Dealing with Crows at Home

As homeowners know all too frequently, crows can be more than a noisy nuisance: they are also carriers of disease, destroy crops and vegetation, and create a visible and unsightly mess. Here are some tips on how to deal with troublesome crows at home.

Install Bird Spikes

Constructed of heavy-duty stainless steel or polycarbonated or recycled plastic, bird spikes are basically barbed wire spikes. These are affixed to a bendable base that can be flat mounted or on a concave or convex surface. They can be installed on an angle, right-side up, or upside down on roofs, ledges, widow sills, fences, poles, or wherever the problem of crows congregating exists or where crows eat.

For Larger Area – Deter Crows With Visual Scare Tactics

To cover larger areas, such as broad expanse of lawns and gardens, don’t rely on fake plastic owls. Crows are very intelligent and quickly adapt. They soon realize that the unmoving owl isn’t a threat. Instead, use more effective visual scare tactics. One such product that works is called Terror Eyes. The stick-mounted product consists basically of eyes with holograms that appear to move and follow the crows. Another visual scare tactic is to use iridescent bird foil, available in 100-foot rolls. Cut foil into strips and attach to fence posts, poles, tree limbs or wood or plastic garden supports. The foil catches sunlight and changes colors. The foil tape also makes a rattling sound as the wind blows it. Both the changing colors and the sound serves to frighten off crows.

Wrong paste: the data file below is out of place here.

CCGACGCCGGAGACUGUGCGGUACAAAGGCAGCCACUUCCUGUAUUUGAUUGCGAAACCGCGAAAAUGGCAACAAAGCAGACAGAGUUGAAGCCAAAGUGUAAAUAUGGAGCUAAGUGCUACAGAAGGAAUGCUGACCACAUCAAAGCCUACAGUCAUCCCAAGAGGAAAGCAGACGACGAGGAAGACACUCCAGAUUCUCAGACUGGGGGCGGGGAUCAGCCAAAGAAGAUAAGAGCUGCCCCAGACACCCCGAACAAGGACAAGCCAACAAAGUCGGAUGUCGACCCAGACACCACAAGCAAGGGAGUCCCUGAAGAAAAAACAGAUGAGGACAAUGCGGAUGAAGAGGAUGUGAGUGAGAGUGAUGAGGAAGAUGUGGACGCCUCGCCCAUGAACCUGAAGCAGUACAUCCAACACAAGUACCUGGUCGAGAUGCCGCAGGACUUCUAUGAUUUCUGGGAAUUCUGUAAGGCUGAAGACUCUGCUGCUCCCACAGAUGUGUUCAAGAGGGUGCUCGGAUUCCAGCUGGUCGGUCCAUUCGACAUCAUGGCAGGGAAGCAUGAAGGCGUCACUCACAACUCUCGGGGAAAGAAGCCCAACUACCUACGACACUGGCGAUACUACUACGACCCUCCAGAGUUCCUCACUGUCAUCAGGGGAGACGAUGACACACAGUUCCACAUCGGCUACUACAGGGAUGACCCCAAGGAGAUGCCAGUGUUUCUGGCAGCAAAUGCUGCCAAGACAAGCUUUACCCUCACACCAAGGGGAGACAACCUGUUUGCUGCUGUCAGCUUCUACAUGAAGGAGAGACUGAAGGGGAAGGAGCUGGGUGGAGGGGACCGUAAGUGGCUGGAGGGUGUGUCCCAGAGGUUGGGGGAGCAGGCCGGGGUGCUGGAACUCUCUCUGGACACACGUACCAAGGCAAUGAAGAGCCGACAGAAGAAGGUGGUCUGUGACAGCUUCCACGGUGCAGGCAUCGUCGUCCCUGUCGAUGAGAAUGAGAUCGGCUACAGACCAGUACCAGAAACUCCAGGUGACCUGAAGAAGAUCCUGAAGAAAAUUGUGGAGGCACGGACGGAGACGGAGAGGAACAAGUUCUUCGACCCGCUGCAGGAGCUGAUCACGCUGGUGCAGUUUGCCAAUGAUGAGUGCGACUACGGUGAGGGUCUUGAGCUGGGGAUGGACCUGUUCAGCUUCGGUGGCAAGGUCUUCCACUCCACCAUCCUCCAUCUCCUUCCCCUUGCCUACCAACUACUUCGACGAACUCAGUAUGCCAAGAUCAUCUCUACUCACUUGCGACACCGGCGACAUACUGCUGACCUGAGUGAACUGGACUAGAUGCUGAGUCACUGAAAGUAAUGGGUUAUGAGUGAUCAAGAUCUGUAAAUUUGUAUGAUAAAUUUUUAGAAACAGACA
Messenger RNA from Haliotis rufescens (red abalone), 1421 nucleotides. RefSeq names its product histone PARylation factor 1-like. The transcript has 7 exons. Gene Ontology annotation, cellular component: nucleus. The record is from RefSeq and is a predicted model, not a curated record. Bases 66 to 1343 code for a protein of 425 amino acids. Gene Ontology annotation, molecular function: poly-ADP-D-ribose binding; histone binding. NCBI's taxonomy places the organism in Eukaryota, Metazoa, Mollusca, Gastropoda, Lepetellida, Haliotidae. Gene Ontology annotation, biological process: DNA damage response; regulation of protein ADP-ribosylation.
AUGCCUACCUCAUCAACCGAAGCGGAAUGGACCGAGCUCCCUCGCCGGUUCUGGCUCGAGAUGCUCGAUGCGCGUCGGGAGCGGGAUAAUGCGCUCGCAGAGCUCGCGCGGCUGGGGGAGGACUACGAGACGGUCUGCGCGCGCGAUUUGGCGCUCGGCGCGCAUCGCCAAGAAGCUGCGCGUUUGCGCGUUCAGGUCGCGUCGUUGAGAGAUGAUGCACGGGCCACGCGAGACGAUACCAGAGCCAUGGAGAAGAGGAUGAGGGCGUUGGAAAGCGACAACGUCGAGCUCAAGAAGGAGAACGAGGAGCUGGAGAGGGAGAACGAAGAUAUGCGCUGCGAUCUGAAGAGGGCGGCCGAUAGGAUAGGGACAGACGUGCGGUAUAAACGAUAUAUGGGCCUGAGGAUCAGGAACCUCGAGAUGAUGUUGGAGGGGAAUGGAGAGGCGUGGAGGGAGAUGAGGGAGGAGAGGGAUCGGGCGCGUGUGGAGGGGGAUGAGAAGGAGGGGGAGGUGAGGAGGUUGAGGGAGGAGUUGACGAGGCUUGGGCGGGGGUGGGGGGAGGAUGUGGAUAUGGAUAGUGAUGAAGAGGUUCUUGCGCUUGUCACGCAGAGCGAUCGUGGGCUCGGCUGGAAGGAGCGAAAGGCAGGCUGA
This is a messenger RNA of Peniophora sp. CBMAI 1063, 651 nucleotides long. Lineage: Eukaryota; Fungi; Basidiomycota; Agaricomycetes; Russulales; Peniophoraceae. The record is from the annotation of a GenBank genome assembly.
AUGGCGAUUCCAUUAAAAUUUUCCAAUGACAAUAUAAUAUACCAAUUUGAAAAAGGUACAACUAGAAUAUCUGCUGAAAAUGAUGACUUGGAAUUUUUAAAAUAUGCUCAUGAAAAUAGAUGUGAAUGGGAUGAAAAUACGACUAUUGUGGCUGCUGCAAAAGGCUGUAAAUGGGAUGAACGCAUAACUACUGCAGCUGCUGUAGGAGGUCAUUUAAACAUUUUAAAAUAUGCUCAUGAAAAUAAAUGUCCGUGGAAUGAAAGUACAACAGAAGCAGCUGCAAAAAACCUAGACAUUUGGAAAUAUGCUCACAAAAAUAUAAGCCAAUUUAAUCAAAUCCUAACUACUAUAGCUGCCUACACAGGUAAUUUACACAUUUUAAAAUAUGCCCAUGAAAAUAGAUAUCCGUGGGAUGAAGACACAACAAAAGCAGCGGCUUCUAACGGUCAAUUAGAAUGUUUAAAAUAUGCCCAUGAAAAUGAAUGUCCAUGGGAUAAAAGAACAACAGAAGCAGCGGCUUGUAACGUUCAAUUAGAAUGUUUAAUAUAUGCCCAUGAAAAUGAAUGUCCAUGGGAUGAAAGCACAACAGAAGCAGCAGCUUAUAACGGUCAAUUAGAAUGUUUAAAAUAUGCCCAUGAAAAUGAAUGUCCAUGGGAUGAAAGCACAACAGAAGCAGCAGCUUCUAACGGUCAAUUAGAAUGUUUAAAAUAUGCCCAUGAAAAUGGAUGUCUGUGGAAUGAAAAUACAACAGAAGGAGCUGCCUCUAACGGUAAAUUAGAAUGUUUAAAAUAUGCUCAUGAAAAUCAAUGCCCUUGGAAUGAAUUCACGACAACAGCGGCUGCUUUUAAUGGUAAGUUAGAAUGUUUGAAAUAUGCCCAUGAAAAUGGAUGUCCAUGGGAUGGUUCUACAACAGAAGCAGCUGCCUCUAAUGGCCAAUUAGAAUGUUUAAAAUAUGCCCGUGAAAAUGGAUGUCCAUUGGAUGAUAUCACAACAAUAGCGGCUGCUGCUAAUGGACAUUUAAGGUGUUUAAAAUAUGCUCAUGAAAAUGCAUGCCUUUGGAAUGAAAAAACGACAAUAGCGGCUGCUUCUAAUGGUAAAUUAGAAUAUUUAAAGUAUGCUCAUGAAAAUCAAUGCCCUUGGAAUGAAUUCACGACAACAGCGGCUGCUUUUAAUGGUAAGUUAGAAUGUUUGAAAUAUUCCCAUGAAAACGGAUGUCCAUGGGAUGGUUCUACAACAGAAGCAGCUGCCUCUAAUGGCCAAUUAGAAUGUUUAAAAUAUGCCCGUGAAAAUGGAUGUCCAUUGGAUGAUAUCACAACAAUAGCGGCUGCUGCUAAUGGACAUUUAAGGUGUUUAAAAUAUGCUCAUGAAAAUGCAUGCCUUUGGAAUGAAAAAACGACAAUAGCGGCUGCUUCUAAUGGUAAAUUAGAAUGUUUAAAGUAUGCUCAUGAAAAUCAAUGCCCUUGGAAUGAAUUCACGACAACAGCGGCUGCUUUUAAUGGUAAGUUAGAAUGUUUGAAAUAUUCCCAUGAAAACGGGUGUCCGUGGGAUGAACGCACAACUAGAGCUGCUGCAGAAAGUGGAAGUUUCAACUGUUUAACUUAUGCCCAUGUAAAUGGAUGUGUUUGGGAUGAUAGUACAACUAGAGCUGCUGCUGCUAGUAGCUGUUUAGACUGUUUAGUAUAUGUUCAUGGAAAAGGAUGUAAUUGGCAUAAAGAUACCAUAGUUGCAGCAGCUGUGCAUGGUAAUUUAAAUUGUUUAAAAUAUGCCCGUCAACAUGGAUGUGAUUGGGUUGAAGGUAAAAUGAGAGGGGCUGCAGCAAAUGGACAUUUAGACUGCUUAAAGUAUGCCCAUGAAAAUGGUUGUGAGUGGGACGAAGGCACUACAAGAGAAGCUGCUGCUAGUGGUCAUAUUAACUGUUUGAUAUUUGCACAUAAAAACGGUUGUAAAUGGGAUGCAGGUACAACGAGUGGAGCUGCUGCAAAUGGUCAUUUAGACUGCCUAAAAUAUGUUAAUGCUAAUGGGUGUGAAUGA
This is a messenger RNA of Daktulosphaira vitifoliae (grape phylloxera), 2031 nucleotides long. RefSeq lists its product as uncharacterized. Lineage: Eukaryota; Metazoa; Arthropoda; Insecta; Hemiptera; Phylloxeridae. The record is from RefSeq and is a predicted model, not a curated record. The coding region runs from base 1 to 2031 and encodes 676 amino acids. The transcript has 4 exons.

Use Sounds to Keep Crows Away

Clapping hands will work to frighten off crows – only as long as the sounds continue, are varied in length and intensity, and occur in different areas. As soon as it’s a repetitive and constant sound, crows will discern the ruse and simply alight where they want. Or, they’ll wait until the clapper (or whistler, person shouting or making loud noises) goes away or inside the home and then flock to the very area where they were not wanted.

Since crows hate unexpected and loud sounds, however, a proven effective technique is to use sound programs. These are programmable electronic devices that play back sounds of birds in distress or of predators in search of food. The devices can be programmed for intermittent times of operation. The most common is effective up to 1 acre, while others work for up to 6 acres. The sounds are played in random order and changing frequencies, so crows can’t get accustomed them. Playing the sounds near places where crows nest is also effective in driving them off.

Stronger Measures – Only with Permits as Allowed by Law

Crows are fearless, intelligent, and they eat almost anything. They are also protected by federal law – the Migratory Bird Treaty Act of 1918 and amended numerous times since. There are, however, a number of states that designate specific times during which hunting crows may be allowed – with a permit. Contact the local Fish and Wildlife Department before attempting to take down crows by use of firearms. Violators are subject to arrest, fine and/or jail time.